At the very least, you should be able to admit and accept when you know – or rather when the facts show – that it would never work in the long run.

Alasko: I consider myself a kind person, but I've never figured out a way to tell someone I've been dating that I'm no longer interested.

Usually I try to get the message across by not answering the phone, etc., but that doesn't feel very good.

This isn't easy, as getting to know someone takes time.

On average it takes about two years for the full honeymoon period to blow over, then you begin seeing flaws in the other person.

My friends tell me that it's too cruel to come right out and tell the person that I don't want to see them again.

What's the best way that's not hurtful to stop dating someone?

And yes, it takes courage to talk to someone in person and say, "I'm sorry but I don't think we're a good match, and I don't want to continue seeing you." And while it may seem "kinder" to avoid saying these words, don't lie to yourself that you're being evasive in order to avoid hurting the other person.

Being evasive and deceptive is simply taking the slippery way out.

However, when we fall in love, our minds don't just see a person – we see the person that we perceive.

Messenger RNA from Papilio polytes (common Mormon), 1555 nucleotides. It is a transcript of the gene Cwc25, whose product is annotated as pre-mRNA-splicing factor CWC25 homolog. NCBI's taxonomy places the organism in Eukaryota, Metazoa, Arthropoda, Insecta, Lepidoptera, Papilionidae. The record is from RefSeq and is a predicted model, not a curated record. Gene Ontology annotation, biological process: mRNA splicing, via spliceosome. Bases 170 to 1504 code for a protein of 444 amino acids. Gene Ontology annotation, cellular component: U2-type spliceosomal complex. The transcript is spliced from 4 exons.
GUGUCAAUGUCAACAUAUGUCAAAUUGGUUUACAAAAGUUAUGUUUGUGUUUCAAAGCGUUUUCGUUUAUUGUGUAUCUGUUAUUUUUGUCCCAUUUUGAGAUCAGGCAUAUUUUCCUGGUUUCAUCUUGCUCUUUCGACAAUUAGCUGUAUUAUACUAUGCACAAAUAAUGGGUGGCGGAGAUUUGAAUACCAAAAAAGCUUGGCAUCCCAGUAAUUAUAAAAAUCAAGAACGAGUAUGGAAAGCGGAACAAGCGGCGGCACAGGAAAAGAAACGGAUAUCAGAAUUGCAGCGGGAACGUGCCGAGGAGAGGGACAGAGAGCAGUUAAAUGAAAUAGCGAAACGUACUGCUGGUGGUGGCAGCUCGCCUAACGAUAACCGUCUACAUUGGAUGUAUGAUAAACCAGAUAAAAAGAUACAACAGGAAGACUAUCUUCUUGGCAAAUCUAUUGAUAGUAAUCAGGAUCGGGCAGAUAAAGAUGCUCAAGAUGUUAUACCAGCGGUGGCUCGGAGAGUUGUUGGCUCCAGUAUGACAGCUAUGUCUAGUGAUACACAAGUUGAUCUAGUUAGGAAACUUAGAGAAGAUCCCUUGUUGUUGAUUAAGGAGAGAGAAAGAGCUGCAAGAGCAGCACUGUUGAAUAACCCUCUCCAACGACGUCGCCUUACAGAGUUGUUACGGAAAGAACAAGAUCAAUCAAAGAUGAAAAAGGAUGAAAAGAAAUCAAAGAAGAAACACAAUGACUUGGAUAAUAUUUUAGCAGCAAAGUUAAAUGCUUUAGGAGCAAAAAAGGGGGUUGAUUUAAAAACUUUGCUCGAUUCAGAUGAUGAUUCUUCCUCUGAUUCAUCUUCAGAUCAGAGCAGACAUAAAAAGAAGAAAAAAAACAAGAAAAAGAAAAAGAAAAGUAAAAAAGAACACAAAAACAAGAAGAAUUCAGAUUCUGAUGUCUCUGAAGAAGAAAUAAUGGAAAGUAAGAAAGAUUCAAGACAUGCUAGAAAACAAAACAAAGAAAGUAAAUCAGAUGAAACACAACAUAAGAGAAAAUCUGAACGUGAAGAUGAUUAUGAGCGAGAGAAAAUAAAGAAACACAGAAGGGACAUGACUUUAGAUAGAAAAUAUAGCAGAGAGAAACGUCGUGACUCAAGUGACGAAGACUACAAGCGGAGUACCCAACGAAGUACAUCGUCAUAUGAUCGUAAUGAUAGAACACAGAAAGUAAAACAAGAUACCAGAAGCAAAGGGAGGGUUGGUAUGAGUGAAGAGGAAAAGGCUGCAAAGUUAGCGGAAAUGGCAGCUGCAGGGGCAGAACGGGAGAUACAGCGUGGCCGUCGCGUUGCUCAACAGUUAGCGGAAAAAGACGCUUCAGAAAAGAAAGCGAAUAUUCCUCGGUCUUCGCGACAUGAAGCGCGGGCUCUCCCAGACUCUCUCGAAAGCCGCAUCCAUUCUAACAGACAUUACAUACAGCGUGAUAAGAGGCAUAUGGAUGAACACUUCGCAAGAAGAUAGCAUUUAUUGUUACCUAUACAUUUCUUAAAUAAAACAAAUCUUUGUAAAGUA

When we're in love we don't just perceive the person that is in front of us, but what that person means to us. But when we first fall in love we overlook these truths and usually choose to ignore them all together. First off, if you're looking to spend your life with anyone, then you should firstly accept the fact that you're dating someone who comes with just as much baggage, just as many issues and just as many nasty habits as everyone else.

Nor will we meaninglessly compliment each other to alleviate your own anxiety, as in "You're really a great person, but …" 3) To hint at no longer wanting to date by being "busy" is dishonest and disrespectful; instead, if either of us wants to stop, we’ll the other person directly, which is both respectful and caring.